Are emotions something you are open to experiencing? Exactly how open are you? However open you might think that you already are to emotions, you might experience further opening in a moment.
Remember that whatever emotions develop, you can relax by breathing calmly for a few moments. You might pause briefly now to calmly breath, then continue.
Did you pause yet? Is there anything that you could easily change (like in the room where you are right now) to improve your receptivity to any powerful emotions that may arise? If so, go ahead and change in before you keep reading.
“Suddenly a chariot of fire appeared… and [the Prophet] Elijah went up to heaven in a whirlwind.”
2 Kings 2:11
The original text in Hebrew:
יא ויהי המה הלכים הלוך ודבר והנה רכב אש וסוסי אש ויפרדו בין שניהם ויעל אליהו בסערה השמים
“… Behold, a whirlwind was coming from the north, a great cloud with fire flashing forth continually and a bright light around it, and, in the midst of the fire, something like glowing metal.”
Those are two quotations from “the Old Testament,” which is an ancient oral tradition of the Israelites. The spoken words were later transcribed in to Hebrew writing, then translated, then published in the Christian Bible.
So, when you see certain shapes, can the perception of those shapes trigger powerful emotional responses for you? Right now, you are reading words that are composed of sequences of shapes (mostly letters plus a few “punctuation marks”). Perhaps you recognize a particular sequence of shapes and then you recognize each word and finally the meaning of the words together, right?
Once upon a time, there was a clear sequence of words that delivered a message that was very unfamiliar to many people. Imagine that some people were so frightened by the message that they obsessed over a particular word or a particular chapter. Sound familiar?
If disturbed enough, then they might even begin to argue over a few details (rather than calmly discuss the larger whole). They might even panic, dismissing the story as absurd or impossible or simply irrelevant. Then, they would focus on anything else that could distract them from their anxiety about the unfamiliar idea.
But why do some unfamiliar ideas produce curiosity while others produce panic? Why do different people have different reactions to the same ideas (or the same paintings or the same passages of scripture)?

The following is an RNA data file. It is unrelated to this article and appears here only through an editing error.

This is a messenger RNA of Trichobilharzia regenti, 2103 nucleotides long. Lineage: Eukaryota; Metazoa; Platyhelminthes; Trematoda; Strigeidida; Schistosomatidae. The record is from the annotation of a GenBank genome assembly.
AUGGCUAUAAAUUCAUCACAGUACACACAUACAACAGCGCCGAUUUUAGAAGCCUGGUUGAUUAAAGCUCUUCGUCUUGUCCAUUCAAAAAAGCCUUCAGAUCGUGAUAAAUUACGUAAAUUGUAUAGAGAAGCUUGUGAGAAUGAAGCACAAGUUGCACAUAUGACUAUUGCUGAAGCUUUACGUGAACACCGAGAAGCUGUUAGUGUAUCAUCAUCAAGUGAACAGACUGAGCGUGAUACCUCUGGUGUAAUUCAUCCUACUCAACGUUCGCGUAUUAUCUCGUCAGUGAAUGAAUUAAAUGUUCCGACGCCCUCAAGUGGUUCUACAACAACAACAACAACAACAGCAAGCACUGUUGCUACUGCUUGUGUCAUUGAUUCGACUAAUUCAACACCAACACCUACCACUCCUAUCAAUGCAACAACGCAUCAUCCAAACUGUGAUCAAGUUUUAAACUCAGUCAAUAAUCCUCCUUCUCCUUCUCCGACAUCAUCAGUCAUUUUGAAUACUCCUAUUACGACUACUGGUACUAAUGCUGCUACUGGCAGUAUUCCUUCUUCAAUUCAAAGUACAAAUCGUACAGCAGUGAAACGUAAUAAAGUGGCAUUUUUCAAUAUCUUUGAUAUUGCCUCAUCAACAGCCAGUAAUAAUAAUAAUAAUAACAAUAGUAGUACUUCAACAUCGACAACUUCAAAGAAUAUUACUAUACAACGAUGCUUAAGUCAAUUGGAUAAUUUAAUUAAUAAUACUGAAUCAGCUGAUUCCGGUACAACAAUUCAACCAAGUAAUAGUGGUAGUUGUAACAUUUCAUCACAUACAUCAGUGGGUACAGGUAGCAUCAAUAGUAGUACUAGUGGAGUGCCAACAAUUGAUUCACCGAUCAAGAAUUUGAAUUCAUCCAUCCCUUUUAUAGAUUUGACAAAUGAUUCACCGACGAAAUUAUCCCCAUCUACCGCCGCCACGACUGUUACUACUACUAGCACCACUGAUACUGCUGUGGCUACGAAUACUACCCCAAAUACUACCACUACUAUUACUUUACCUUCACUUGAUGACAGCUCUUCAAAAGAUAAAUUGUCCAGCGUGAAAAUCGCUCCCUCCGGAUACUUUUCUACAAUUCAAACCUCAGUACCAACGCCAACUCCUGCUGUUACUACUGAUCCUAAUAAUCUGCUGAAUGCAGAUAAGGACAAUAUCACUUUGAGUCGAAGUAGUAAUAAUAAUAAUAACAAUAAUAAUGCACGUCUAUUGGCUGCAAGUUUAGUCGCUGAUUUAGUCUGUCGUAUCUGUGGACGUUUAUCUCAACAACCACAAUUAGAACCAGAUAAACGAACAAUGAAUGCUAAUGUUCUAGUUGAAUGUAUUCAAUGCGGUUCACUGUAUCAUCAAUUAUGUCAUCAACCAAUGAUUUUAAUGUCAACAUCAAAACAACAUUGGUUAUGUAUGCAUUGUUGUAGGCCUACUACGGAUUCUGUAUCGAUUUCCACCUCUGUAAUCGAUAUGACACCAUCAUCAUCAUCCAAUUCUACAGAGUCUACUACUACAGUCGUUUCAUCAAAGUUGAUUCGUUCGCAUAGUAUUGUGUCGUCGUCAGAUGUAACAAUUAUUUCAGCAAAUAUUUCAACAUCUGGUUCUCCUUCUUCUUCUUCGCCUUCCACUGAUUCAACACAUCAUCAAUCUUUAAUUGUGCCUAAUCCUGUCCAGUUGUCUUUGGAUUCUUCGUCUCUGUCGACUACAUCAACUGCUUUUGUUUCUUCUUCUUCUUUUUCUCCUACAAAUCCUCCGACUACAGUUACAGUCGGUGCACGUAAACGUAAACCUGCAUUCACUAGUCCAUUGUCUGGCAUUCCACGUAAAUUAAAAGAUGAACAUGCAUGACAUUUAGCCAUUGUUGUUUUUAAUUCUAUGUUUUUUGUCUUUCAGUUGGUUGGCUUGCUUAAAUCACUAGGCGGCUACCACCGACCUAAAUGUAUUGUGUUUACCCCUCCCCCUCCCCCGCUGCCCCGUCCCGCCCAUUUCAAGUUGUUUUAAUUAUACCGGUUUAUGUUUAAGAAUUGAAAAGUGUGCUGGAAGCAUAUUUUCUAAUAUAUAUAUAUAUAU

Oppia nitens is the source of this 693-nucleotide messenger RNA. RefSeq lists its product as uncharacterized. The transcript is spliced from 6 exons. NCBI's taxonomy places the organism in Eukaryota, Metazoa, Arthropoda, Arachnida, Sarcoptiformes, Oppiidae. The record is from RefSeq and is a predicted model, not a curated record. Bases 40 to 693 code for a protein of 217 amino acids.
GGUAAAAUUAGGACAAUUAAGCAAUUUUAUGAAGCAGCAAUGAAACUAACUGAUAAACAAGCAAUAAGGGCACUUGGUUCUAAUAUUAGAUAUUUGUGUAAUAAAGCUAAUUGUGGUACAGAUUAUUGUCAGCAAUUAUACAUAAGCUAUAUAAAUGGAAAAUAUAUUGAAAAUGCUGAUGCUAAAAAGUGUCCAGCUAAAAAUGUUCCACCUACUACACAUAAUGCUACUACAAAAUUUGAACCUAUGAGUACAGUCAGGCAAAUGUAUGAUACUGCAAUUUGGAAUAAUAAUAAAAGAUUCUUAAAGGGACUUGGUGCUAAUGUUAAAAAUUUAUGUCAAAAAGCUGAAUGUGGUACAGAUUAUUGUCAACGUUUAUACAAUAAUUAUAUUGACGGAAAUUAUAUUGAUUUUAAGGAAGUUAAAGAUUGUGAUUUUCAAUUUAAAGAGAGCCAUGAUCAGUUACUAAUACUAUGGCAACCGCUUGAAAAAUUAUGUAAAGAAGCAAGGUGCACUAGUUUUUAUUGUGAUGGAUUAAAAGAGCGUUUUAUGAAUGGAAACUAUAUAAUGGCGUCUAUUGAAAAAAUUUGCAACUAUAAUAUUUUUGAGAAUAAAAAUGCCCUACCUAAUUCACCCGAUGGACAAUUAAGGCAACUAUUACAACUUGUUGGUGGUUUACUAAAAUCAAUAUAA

What if someone is paranoid about anyone seeing them display fear? What if certain ideas were perceived as major threats because those ideas triggered fear and terror?
What if a person pretends to be calm and intelligent, but was actually constantly terrified about the possibility of a greater intelligence than their own? What if certain ideas were threatening to their pretense of calm intelligence? What if certain ideas exposed their constant paranoia and anxiety?
Next, imagine a Dutch painter in the year 1710 AD who saw something so fascinating that he included it in his painting. Maybe it was a round object that hovered over a gathering of people as it beamed down 4 shining “pillars.” Maybe the painter even labeled the 4 things “cherubim.”
The painting above is titled “The Baptism of Christ” (“De Doop van Christus”). It was painted by De Gelder (1645 – 1727), a famous student of Rembrandt.
Next is an even older painting from about 1430 AD called “The Miracle of the Snow,” which features Jesus and Mary as well as some very unusual cloud formations. It was painted by Masolino Da Panicale (1383-1440).
Of course, it is not impossible that the artist actually saw those straight lines of naturally-occurring regular clouds and then simply copied something he saw, right? However, the event depicted is called a miracle not because it is normal, but because it was very surprising.
The “miracle” involved some snow falling in Rome, Italy on August 5th, 352 AD. Snow rarely falls in Rome at all. Snow in August (in the hot summer) would be even more surprising, right?